A smaller home is a happy home
Houses are getting smaller again — which is going to make many Americans happier.
Americans faced with high mortgage rates and a shortage of affordable homes for sale are opting for new, smaller homes that do not have dining rooms, living rooms, spare bedrooms and even bathtubs, reports the Wall Street Journal.
Builders are building smaller homes partly to give cost-constrained buyers a more affordable option.
But it’s mostly because it’s the only way home builders can turn a reasonable profit, thanks to the high cost of construction materials, which have skyrocketed in the past few years.
Home sizes sure have soared since I was a kid in the 1970s.
According to the U.S. Census, in 1972 the average home was 1,660 square feet.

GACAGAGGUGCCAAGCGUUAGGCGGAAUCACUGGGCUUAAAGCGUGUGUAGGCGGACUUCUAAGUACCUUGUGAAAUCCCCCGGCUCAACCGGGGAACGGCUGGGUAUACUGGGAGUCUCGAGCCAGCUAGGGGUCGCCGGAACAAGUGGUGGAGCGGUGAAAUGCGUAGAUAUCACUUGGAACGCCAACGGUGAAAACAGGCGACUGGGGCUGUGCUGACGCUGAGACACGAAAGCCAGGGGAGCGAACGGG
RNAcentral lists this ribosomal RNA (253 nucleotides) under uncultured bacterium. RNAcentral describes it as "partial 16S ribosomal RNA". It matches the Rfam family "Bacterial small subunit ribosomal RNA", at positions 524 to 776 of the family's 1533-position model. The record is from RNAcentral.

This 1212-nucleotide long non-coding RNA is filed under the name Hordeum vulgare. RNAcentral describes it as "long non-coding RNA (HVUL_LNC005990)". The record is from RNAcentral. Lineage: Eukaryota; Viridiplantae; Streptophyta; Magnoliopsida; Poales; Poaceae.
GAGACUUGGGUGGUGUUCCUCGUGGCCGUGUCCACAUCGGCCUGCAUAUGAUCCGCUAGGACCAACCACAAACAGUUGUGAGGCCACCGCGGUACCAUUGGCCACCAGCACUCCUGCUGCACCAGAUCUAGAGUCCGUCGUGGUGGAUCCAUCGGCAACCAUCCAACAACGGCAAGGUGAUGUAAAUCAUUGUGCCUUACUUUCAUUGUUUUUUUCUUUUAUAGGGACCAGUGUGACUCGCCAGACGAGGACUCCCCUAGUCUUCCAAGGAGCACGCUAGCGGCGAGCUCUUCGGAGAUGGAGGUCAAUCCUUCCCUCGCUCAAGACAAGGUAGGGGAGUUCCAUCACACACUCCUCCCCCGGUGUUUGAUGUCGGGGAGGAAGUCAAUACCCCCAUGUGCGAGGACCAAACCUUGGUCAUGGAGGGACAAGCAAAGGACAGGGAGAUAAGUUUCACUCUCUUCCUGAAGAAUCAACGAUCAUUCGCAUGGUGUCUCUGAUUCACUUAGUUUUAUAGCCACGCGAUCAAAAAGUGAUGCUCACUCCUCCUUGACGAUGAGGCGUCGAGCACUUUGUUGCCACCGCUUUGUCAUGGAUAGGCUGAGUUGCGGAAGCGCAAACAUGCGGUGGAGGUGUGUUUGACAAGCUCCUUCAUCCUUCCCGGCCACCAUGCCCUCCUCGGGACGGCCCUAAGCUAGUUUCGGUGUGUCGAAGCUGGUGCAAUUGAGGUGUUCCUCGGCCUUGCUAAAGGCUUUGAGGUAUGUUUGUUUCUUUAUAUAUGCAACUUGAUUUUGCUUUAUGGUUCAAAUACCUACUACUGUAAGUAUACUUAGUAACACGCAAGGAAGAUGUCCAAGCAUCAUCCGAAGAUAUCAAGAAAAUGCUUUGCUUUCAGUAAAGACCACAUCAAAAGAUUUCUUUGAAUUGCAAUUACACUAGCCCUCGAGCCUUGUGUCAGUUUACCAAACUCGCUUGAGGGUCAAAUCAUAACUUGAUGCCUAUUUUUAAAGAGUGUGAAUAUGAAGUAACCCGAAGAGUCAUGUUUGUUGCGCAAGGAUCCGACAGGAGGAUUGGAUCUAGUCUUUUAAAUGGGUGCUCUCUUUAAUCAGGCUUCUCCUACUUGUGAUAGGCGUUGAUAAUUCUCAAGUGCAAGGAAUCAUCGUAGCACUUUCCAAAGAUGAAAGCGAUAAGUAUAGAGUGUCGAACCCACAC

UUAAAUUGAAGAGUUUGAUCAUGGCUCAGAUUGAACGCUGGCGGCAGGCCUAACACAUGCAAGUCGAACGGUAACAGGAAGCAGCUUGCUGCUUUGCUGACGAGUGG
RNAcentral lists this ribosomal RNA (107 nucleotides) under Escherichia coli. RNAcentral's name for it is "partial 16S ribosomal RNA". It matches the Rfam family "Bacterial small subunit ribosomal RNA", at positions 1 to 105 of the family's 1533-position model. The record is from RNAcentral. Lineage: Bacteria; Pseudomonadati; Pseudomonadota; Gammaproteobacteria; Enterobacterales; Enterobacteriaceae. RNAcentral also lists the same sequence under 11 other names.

In the 1990s, with the era of the “McMansion” in full swing, no small number of homes exceeded 4,000 square feet — homes so unnecessarily big you need to hail an Uber to get from the living room to the kitchen.
The American home continued to grow until it peaked in 2015 at an average of 2,467 square feet, but now it's fast heading back to 1972 numbers, which offers some good news.
In my experience, a modest-sized home generates more closeness and happiness among its family members.
The suburban house I grew up in was all of 1,500 square feet. Built in 1964, it was a rectangular four-bedroom box with a red-brick façade on the bottom and white aluminum siding on the top.
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